It’s incredibly frustrating to deal with a child who refuses to take care of himself or herself—a child with bad hygiene. When our kids look bad and smell bad, we often see it as a reflection of our parenting. Indeed, a child’s poor hygiene is embarrassing to their parents.
We hear from many parents during parent coaching sessions whose kids won’t shower or brush their teeth—sometimes for days or even weeks at a time. It’s a common problem.
Maybe your child refuses to put on deodorant or wash their face. Perhaps they wear the same lived-in clothes every day and rarely brushes or shampoos their hair.
We say to ourselves: “I can’t let them leave the house looking like that!”
This is a normal response. But, it’s also normal for kids to go through phases during which hygiene can be challenging, particularly during puberty. Here’s what you can do if your child has poor hygiene.
“Bad hygiene is sometimes part of a larger, ongoing power struggle—a power struggle in which your child doesn’t shower and clean up in order to resist you and push your buttons.”
Investigate why your child refuses to practice good hygiene. Typically, children refuse to shower, refuse to brush their teeth, and refuse to take care of themselves for a simple reason: they just don’t want to do it, and they don’t really care.
Many kids don’t want to spend their time on self-care activities. It’s often much more fun for them to spend time on things like playing video games. Kids can sometimes get so into a particular activity that it’s all they want to do. For a child, the choice between something fun and something that seems boring is an easy one. They will almost always choose what’s fun.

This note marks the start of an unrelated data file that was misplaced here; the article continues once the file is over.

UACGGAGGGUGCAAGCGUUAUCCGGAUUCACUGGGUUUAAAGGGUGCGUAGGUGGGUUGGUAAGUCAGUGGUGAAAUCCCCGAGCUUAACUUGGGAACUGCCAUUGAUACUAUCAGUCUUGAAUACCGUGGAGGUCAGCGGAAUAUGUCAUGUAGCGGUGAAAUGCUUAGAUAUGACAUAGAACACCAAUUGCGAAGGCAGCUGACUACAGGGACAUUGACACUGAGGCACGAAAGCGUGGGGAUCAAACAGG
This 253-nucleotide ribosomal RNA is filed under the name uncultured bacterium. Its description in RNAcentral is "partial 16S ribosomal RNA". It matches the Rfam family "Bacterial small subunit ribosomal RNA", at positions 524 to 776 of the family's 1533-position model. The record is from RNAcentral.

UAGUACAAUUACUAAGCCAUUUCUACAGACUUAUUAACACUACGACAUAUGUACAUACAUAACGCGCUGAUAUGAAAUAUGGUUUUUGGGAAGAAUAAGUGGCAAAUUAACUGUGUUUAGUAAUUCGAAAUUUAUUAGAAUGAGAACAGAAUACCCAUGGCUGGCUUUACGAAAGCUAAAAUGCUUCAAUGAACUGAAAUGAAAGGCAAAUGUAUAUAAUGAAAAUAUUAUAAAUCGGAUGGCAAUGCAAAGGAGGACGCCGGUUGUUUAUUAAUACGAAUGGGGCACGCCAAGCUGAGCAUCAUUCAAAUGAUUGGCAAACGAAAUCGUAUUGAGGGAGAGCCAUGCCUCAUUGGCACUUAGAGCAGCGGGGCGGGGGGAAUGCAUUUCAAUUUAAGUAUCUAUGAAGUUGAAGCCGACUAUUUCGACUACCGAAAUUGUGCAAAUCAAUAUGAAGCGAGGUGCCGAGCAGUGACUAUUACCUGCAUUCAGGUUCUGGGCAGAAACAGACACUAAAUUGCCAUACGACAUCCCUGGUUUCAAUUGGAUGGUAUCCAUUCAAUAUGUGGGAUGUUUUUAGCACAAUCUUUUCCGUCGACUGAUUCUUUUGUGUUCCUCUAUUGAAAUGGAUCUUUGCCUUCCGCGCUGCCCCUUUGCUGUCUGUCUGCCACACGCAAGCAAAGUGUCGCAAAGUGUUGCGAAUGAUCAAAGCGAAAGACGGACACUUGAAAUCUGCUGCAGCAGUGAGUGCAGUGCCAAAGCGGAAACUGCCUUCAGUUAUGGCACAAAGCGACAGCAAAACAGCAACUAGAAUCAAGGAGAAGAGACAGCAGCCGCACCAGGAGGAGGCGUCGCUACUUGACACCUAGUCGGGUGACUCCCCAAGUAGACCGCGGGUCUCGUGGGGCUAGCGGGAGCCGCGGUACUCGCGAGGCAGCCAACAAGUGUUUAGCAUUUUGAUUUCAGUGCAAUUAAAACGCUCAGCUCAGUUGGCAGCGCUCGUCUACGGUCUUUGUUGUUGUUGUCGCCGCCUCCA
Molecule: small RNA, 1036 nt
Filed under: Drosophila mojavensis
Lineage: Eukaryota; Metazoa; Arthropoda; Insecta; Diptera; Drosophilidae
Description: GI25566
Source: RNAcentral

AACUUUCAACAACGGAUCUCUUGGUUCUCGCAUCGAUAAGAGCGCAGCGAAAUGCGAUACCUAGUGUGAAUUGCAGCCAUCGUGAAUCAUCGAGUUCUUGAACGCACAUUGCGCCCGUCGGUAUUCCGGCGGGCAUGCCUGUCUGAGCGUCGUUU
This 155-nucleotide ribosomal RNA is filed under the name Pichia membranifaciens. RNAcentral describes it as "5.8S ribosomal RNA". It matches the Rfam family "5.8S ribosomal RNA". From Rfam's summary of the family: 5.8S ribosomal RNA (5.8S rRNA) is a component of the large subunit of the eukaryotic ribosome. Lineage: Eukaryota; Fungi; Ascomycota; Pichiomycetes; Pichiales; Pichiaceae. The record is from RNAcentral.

It’s also important to consider that puberty is a major transition for children. Their bodies suddenly need more care to remain clean. They need lots of time and practice to learn the new habits required to keep up with their changing bodies. It is a confusing time, and many children resist the change in routine. Understand that, in this case, resistance is simply due to a lack of knowledge and the need for time to adjust.
In other instances, though, bad hygiene is part of a larger, ongoing power struggle. Your child may be refusing to clean up to resist you and push your buttons. When this happens, the more you try to control your child, the more they resist.
One of the most important things to consider about kids who have poor hygiene is that refusal to shower, bathe, or brush their teeth can sometimes be a symptom of depression, bipolar disorder, trauma, or another mental health issue.
If your child has poor hygiene coupled with behavior changes, declining academic performance, trouble with peers, or if you just think your child’s poor hygiene is a health risk, we recommend that you make an appointment with your child’s pediatrician. You want to rule out a physical or mental health issue.
No matter what you think might be going on, we always recommend that you talk with your child and listen to their perspective. Understanding your child’s perspective is part of the key to working through this issue. Try sitting them down at a relatively calm time and ask:
“What’s the reason you don’t want to shower? What don’t you like about it?”
Then talk with your child about how they might solve this problem so that they can take care of themselves in a healthy way.
If your child is going through puberty, it’s helpful to talk about the changes going on with their body that make personal hygiene so important, such as skin becoming oilier and sweat glands becoming more active in the underarm area.
If you aren’t sure how to have this conversation with your child, their pediatrician or school nurse should be able to give you some information and pointers.